The World of Silence

Animals and Silence

   The nature of man is more apparent in language
than in his external appearance. "Speak, that I may
see thee!" said Socrates.
   The nature of animals, on the other hand, is expressed
completely in their appearance. An animal is exactly as
it looks; it must be so. Man can be as he looks but he need
not be, for he can rise above his outward appearance
through the gift of language: he can be more than is
outwardly apparent. Man becomes apparent in language,
animals in the silence of their physical appearance.
   This is the perfection of animals—that there is no
discrepancy in them, as there is in man, between being and
appearance, inward and outward nature. This perfect cor-
respondence is what constitutes the innocence of animals.
"So much time was spent on the inward nature of man that
his 'surface' (appearance) had to be endowed more spar-
ingly", said Goethe. The very colorful surface of some
animals seems like an attempt to break through the silence by
means of violent color. The silence that could not give
rise to language changed itself into the very violent color.

   If it is so, as Plato says, that animals arose from man
(Timaeus) so that he, man, might arise—if it is so, then
with the animal in man the dense silence of nature was
also expelled from man so that the word might have room
to be the word.
   But animals remain near to man, and with them the
dense silence that is in them.
   In earlier times animals were more important to man
than they are today. The silence of animals made human
speech and human movement heavier and slower. Animals
carry silence around with them on behalf of man. They
carry not only the burden of things on their backs but also
the burden of silence.
   Animals are creatures that lead silence through the
world of man and language and are always putting silence
down in front of man. Many things that human words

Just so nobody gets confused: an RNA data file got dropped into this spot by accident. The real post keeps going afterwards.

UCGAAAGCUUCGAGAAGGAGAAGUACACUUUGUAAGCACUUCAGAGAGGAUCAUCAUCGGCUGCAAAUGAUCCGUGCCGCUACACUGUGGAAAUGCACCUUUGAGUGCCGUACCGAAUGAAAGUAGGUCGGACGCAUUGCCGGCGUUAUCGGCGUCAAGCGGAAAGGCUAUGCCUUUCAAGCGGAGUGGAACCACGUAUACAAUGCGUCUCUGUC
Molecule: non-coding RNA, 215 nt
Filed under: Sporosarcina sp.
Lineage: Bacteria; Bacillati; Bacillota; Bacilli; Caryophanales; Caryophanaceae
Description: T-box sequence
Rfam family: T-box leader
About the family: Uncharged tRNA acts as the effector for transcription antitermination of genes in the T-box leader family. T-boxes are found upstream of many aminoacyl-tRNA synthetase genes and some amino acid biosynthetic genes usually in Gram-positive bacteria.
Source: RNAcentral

have upset are set at rest again by the silence of animals.
Animals move through the world of words like a caravan
of silence.
   Animals are images of silence. They are animal
images of silence more than they are animals. As the
starry images scan the silence of heaven, so the animal
images of earth scan the silence of the earth.
   A whole world, that of nature and that of animals, is
filled with silence. Nature and animals seem like protu-
berances of silence. The silence of animals and the silence
of nature would not be so great and noble if it were merely
a failure of language to materialize. Silence has been
entrusted to the animals and to nature as something
created for its own sake.
   The silence of animals is different from the silence of
men. The silence of men is transparent and bright
because it confronts the word, releasing the word in every
moment and receiving it back into itself again. It is a
relaxed silence, touched by the word and touching the
   The silence of men is like the night in northern lands
illuminated by the light of day.
   Animals have a heavy silence. Like a block of stone.
Animals stride over the blocks of silence, trying to tear
themselves away but always chained to them.
   Silence is isolated in animals; therefore they are lonely.
   It is as  though the silence in animals were materially
tangible. It makes its way right through the outside of
the animal, and animals are unredeemed not only because
they lack speech, but also because the silence itself is
unredeemed: it is a hard, coagulated silence.
   It is true that the raven croaks, the dog barks, and the
lion roars. But animal voices are only chinks in the
silence. It is as though the animal were trying to tear open
the silence with the force of its body.
   "A dog barks today exactly as it barked at the beginning
of Creation", said Jacob Grimm. That is why the barking
of dogs is so desperate, for it is the vain effort, since the
beginning of creation until the present day, to split the
silence open, and this attempt to break the silence of
creation is always a moving thing to man.
   The voices of the birds are not desperate like the voices
of the other animals. Birds seem to throw the notes of
their songs like balls against the silence, as in a game;
they seem to catch their own notes again as they fall back
from the surface of silence.